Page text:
Sage: The Three T’s of Trucking…

This summer, as I have alluded to, I am a truck driver on the crew.  We have a policy at Sammons Adventures that all truck drivers double check the three T’s: Tarp, Tires and Traps.  The tarp to make sure it is in the right position for whatever you need, like open for a grain cart dump or closed for going down the road. Tires to see if they are inflated and that there is no risk of a possible blowout going down the road.  And finally the Traps to make sure they are completely closed when they get to the field.  If they aren’t, grain can spill out and create a mess.  The three T’s can be taken for granted and sometimes steps are skipped when people get into a hurry or over confident.

Yesterday morning I relearned the importance of the three T’s, especially checking the traps.  Shoveling grain isn’t the best way to start your day, or anyone else’s on the crew who has to help you with your mistake.  It all worked out and everyone pitched in which made the clean-up go much quicker, but it was a very humbling experience and a reminder that details are key when on harvest.  If you’re wondering, our combine operators also have a policy too; keep the header in the wheat and butt in the seat (that is unless you have to change a section or a guard.)

Other than that the day went off without a hitch.  We had a great day cutting as we were able to cut more than 450 acres, and that was including a couple moves.  That is pretty remarkable when the guys that are running the machines basically just started learning this week.  Our three Case I-H 7120’s were able to keep the four trucks and our grain cart busy all day long.  I know I wrote that we have four combines, but we are just waiting on our last one to get the finishing touches put on it before we get it, hopefully on Friday.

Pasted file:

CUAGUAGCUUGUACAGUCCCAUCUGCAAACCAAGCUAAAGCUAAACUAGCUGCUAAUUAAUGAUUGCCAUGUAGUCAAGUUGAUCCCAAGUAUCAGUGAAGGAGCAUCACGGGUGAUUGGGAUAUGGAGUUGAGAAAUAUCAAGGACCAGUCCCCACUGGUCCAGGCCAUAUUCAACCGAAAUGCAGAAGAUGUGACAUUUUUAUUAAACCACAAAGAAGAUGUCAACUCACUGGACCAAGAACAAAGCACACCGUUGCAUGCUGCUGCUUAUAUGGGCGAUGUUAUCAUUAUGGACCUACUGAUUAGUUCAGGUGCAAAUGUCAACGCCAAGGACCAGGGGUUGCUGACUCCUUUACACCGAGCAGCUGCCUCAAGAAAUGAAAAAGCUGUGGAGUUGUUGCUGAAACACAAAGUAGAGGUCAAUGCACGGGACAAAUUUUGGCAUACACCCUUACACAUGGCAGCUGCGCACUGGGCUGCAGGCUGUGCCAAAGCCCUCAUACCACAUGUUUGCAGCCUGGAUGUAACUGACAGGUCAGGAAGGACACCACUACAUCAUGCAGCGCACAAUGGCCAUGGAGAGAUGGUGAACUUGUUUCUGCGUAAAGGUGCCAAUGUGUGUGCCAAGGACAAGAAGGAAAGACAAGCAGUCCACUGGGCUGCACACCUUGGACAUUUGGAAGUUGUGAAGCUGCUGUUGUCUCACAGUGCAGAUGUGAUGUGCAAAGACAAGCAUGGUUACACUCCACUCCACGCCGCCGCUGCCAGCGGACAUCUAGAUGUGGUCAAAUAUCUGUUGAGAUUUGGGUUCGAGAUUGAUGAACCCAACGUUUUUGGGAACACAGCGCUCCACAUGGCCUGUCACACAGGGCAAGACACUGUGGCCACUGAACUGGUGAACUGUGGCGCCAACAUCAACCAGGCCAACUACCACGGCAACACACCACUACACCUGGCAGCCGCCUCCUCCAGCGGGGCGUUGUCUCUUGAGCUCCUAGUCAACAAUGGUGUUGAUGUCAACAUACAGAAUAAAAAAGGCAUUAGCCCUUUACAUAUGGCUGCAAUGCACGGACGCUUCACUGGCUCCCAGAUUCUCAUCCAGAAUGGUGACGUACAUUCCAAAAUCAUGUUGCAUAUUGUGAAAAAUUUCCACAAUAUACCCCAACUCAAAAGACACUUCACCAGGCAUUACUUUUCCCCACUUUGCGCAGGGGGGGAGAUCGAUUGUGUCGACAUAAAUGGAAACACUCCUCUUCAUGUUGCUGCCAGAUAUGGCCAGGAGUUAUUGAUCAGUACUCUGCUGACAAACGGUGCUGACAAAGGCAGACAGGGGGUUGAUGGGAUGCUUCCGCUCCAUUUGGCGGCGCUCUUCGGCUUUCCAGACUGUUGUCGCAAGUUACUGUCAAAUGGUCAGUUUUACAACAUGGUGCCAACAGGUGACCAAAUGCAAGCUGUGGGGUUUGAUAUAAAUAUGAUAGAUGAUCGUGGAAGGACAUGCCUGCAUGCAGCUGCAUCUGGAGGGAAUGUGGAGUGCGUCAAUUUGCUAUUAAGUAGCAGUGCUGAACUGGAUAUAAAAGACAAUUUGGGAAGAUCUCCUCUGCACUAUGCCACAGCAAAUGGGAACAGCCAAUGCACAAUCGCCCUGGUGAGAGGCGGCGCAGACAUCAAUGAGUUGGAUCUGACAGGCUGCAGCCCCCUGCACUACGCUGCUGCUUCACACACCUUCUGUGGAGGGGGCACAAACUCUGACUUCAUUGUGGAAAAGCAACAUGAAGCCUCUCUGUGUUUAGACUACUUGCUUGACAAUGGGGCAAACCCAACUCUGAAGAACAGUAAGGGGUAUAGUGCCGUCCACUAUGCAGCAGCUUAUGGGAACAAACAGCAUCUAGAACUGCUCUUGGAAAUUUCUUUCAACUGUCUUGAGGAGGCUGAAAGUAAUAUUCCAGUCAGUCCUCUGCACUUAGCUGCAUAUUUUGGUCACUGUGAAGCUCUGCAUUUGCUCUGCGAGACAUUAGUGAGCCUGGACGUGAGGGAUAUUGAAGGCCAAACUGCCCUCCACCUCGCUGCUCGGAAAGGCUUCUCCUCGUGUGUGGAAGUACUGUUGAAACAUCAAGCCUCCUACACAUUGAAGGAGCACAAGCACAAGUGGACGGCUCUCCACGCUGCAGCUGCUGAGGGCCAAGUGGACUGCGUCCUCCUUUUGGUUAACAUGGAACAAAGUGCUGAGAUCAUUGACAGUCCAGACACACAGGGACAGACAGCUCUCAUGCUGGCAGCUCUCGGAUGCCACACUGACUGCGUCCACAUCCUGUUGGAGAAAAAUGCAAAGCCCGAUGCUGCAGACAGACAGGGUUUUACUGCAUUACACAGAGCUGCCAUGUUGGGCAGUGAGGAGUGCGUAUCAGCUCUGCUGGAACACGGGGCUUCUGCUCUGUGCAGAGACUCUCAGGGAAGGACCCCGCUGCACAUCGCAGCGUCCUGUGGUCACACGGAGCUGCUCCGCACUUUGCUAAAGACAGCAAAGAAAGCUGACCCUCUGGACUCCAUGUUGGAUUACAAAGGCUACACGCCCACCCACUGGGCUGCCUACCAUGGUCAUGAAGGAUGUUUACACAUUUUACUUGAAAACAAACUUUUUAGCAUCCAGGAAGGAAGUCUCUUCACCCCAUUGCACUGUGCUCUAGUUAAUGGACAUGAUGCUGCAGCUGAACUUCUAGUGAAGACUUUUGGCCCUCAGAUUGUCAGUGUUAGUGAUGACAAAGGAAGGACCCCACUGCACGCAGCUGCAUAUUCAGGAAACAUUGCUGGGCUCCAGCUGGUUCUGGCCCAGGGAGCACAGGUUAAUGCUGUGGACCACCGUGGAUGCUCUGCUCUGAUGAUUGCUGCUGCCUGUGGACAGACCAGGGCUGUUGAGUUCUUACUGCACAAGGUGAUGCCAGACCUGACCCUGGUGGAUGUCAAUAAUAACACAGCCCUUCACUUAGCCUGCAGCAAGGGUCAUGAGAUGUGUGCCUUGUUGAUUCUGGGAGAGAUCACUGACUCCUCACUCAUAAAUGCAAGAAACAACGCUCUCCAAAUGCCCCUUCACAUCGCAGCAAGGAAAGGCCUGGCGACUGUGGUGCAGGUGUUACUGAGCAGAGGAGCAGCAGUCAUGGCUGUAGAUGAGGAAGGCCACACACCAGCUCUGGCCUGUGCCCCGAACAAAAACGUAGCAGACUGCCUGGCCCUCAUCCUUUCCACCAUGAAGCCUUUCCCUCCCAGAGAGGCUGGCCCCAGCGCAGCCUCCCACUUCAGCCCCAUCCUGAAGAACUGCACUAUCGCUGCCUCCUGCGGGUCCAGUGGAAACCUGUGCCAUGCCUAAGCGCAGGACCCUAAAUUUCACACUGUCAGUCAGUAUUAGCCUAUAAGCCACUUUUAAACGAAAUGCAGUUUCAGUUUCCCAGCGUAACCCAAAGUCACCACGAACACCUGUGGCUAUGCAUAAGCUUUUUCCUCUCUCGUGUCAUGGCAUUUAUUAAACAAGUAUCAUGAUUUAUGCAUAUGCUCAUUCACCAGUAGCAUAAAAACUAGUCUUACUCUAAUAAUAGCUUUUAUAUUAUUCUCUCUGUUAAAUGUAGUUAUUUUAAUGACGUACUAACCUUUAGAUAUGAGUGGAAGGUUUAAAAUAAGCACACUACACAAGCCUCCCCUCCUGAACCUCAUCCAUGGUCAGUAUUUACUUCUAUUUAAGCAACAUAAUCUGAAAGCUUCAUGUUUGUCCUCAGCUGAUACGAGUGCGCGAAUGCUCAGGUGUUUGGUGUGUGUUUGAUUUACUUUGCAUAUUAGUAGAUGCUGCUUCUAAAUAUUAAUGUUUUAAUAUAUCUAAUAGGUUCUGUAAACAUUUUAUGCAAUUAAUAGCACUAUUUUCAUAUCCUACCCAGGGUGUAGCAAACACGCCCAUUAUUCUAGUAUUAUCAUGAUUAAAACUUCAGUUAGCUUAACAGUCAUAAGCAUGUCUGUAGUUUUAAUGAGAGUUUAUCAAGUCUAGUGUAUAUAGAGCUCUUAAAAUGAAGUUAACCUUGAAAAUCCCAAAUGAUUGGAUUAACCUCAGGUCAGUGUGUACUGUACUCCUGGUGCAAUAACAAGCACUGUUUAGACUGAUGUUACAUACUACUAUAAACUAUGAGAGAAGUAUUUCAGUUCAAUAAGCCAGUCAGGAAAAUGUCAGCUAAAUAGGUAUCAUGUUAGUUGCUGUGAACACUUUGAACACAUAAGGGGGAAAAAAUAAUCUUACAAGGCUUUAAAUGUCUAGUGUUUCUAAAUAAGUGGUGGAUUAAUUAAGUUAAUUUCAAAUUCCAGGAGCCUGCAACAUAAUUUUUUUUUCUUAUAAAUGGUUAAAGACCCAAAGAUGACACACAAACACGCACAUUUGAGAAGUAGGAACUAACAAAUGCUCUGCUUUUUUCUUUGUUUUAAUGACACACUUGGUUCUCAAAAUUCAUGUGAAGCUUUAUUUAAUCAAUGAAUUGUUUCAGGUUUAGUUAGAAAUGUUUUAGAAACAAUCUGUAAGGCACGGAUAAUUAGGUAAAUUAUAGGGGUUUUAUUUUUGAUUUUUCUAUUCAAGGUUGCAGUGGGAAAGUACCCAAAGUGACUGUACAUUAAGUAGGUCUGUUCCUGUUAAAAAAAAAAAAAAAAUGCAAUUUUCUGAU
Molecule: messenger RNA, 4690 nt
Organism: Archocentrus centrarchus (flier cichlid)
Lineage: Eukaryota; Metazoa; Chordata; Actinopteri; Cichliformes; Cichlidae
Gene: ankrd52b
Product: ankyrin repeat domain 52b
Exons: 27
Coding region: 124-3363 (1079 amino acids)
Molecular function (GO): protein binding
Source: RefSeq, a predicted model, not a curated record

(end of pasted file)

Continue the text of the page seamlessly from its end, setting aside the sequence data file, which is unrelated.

As for the crop itself, it looks really good.  It has a really good stand and in most spots has had a very good yield, I would guess the average for the area is around 40 bushels per acre.  This is much needed since most of the area last year was subject to a huge frost storm that took out much of the wheat.  Our farmer had a total loss and we didn’t even cut here last season.  The moisture has been very low, averaging around 11.5 percent most of yesterday.  As I can tell from the road, this is very similar for everyone in the Vernon/Wichita Falls area of Texas.

It was also good to see other combines moving in the fields on the way to the elevator.  That did make for a longer wait times per trip, but the combines didn’t fall behind because of our short moves.

Throughout next week we are hoping for hot temperatures so the moisture stays low, but there is a chance for rain on Monday.  Hopefully we can dodge the storm and keep cutting.

As for me I intend to keep blogging and keep sending information about our area.  I also want to introduce our crew a little bit.  So that’s what you have to look forward to in the next upcoming blogs.  Talk to y’all soon, (I’m starting to fit in down here in Texas.)

Sage Sammons can be reached at All Aboard 2010 Wheat Harvest is sponsored by High Plains Journal and DuPont Crop Protection. 


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